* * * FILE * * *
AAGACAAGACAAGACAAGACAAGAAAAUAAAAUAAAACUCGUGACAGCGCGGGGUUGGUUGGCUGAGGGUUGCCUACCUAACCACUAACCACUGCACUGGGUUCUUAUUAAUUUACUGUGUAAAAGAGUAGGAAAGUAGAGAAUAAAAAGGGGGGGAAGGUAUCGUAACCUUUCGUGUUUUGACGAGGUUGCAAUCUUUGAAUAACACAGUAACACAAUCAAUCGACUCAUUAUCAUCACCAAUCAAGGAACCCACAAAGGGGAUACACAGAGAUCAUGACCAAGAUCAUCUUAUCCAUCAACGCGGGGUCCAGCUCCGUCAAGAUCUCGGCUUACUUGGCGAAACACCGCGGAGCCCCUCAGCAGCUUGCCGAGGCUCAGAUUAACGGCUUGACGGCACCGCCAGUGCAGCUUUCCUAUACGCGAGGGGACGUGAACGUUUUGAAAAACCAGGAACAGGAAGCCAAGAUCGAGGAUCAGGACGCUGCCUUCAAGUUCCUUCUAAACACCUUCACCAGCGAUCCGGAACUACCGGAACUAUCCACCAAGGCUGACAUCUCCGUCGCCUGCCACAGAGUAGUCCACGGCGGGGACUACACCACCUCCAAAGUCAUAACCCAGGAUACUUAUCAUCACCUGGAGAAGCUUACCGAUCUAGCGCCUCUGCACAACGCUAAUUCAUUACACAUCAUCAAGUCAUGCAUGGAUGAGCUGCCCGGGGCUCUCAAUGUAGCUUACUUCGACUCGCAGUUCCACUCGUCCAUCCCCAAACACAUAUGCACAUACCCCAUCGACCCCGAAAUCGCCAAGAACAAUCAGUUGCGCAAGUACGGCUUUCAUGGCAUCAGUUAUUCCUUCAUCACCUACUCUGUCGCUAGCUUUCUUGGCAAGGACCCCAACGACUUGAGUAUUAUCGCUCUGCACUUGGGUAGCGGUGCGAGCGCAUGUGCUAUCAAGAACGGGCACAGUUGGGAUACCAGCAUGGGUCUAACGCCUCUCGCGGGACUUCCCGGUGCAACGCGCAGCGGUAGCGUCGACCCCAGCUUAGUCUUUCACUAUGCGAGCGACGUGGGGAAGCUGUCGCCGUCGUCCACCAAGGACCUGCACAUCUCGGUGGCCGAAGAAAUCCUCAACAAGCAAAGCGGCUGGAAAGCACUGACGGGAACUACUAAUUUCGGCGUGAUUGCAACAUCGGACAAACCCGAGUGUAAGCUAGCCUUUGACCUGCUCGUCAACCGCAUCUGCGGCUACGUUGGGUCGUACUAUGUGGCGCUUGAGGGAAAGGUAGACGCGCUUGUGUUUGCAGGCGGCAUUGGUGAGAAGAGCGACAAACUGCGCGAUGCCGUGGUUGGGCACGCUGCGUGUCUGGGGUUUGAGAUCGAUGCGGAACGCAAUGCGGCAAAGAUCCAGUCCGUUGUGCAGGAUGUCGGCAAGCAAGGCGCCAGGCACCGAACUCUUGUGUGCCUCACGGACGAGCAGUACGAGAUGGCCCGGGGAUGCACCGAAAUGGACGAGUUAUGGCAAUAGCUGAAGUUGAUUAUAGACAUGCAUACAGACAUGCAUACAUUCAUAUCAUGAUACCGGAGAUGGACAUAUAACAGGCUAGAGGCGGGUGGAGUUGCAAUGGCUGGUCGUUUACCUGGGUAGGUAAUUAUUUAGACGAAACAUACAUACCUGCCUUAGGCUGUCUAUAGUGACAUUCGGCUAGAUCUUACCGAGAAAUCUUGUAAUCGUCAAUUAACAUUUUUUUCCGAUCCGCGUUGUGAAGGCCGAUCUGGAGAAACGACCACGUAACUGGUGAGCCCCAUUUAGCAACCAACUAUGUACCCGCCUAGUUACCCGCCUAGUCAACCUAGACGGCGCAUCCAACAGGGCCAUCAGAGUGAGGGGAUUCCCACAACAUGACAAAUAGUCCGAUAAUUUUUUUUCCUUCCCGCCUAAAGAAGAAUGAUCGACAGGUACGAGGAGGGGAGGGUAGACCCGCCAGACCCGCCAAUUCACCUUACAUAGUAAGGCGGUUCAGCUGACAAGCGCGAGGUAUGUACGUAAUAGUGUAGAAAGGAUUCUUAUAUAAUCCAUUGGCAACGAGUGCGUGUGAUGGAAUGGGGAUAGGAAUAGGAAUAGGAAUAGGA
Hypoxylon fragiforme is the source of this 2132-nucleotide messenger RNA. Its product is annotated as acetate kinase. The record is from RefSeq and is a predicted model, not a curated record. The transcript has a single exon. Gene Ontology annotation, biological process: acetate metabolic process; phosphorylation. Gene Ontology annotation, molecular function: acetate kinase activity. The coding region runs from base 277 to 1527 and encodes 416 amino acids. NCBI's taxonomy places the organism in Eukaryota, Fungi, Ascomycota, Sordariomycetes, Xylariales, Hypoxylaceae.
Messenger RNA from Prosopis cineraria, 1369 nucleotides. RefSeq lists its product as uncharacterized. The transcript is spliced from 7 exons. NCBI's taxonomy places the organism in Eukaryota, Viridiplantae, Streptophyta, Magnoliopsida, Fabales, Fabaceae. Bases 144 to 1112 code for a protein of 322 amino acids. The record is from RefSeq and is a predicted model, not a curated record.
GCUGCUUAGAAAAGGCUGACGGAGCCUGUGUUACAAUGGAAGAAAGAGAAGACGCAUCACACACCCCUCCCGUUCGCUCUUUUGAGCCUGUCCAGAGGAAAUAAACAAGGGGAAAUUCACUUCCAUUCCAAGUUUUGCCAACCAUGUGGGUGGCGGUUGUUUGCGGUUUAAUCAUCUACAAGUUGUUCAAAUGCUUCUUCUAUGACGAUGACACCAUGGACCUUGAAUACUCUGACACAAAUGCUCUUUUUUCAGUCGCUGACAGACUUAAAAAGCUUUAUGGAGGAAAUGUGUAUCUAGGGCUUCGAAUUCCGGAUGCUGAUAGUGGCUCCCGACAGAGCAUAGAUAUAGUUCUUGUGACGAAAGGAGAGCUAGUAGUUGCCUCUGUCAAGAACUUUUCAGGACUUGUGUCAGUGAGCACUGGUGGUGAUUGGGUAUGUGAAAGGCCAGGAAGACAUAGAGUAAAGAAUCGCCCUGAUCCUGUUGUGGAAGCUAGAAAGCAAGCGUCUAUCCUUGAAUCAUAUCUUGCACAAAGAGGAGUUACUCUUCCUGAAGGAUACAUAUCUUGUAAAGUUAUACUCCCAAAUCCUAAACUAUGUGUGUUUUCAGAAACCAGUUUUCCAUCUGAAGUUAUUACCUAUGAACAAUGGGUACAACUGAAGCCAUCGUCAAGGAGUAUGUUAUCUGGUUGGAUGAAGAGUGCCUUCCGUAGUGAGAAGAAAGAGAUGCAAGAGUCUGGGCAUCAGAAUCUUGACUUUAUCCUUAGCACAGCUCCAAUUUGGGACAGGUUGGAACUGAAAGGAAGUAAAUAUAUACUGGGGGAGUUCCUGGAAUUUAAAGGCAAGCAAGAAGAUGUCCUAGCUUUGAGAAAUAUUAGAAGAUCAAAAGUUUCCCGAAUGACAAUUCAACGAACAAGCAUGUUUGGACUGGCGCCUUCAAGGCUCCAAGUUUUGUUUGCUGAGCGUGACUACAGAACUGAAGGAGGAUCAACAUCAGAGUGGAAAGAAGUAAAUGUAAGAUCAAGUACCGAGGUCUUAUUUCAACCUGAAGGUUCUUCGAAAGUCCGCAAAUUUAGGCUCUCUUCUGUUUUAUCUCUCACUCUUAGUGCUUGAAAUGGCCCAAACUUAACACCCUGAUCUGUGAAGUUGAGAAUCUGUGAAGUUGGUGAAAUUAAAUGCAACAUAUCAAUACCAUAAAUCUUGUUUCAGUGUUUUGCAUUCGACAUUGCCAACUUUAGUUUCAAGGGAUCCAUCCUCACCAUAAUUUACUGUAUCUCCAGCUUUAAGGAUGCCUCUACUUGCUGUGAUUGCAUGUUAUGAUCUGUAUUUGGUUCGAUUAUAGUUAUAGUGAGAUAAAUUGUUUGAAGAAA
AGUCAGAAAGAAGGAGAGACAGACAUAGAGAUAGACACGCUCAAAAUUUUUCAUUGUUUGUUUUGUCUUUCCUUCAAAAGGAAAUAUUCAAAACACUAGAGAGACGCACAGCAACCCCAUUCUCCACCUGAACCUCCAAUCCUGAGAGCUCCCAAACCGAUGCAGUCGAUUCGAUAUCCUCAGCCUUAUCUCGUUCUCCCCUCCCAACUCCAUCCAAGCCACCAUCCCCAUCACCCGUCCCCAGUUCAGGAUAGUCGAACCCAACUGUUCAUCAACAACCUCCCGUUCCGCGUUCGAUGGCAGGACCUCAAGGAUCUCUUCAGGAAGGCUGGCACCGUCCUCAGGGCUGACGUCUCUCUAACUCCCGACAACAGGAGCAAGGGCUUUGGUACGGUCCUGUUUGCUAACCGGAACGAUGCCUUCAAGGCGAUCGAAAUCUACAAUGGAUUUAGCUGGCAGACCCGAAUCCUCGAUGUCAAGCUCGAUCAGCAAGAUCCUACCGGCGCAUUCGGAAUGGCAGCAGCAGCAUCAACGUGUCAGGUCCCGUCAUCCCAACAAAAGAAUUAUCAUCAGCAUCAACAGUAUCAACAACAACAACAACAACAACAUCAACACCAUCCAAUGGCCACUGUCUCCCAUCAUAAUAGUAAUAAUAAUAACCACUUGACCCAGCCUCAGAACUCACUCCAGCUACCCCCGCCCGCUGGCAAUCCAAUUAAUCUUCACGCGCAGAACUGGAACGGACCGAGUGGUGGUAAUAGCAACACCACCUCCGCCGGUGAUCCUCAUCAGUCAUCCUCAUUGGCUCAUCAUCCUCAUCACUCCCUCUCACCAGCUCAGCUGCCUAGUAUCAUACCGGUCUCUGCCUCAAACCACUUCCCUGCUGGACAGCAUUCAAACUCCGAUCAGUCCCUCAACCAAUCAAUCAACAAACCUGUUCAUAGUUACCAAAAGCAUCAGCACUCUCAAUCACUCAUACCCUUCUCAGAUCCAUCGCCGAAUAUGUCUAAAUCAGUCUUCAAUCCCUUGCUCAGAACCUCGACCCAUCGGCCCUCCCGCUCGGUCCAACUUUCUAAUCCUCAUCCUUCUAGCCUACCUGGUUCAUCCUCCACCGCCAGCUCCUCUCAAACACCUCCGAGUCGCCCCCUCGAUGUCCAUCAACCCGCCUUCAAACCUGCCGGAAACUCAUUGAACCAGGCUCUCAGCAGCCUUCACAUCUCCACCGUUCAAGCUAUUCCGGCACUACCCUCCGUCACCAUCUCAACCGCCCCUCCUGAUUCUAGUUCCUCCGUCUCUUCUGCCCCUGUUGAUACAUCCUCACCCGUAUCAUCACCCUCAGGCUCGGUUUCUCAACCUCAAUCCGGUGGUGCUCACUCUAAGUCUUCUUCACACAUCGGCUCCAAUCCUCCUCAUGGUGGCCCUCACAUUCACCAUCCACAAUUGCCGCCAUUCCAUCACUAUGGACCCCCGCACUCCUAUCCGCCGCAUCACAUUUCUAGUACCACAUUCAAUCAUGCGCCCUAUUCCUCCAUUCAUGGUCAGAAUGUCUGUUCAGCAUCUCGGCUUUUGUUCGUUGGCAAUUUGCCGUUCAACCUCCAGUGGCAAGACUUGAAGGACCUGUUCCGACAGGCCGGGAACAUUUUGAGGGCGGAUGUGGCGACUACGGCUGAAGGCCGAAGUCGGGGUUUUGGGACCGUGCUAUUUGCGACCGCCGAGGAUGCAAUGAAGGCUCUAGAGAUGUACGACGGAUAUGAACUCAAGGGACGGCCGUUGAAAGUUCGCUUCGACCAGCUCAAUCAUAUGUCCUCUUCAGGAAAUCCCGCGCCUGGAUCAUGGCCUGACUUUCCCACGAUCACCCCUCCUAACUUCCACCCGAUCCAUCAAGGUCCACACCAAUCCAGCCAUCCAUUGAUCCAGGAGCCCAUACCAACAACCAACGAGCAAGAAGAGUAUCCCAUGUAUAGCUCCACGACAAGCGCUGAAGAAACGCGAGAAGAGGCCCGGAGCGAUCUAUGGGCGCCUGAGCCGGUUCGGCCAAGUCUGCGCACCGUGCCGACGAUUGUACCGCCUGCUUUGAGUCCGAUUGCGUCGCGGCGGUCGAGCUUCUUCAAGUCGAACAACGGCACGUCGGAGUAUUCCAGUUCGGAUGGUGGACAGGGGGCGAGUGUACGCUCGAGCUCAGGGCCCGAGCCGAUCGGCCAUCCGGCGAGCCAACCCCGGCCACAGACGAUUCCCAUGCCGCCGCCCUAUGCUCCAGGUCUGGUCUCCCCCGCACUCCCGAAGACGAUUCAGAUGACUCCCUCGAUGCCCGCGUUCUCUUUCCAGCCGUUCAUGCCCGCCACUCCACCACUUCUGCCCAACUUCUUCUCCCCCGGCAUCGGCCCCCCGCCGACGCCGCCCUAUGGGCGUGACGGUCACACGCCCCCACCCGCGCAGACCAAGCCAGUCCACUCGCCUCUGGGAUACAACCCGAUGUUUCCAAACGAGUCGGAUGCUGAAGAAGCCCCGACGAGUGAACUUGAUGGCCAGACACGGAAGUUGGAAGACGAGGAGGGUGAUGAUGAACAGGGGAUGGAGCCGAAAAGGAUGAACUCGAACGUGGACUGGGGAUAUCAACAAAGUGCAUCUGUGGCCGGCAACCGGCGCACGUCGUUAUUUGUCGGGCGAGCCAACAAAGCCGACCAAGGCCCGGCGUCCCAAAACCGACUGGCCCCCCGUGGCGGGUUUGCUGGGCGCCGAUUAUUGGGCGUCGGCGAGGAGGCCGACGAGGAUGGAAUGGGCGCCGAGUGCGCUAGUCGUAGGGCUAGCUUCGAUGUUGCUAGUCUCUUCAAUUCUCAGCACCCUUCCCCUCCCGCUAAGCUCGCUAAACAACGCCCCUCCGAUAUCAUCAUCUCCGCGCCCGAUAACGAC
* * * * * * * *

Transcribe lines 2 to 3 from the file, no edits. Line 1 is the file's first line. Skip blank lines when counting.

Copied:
Hypoxylon fragiforme is the source of this 2132-nucleotide messenger RNA. Its product is annotated as acetate kinase. The record is from RefSeq and is a predicted model, not a curated record. The transcript has a single exon. Gene Ontology annotation, biological process: acetate metabolic process; phosphorylation. Gene Ontology annotation, molecular function: acetate kinase activity. The coding region runs from base 277 to 1527 and encodes 416 amino acids. NCBI's taxonomy places the organism in Eukaryota, Fungi, Ascomycota, Sordariomycetes, Xylariales, Hypoxylaceae.
Messenger RNA from Prosopis cineraria, 1369 nucleotides. RefSeq lists its product as uncharacterized. The transcript is spliced from 7 exons. NCBI's taxonomy places the organism in Eukaryota, Viridiplantae, Streptophyta, Magnoliopsida, Fabales, Fabaceae. Bases 144 to 1112 code for a protein of 322 amino acids. The record is from RefSeq and is a predicted model, not a curated record.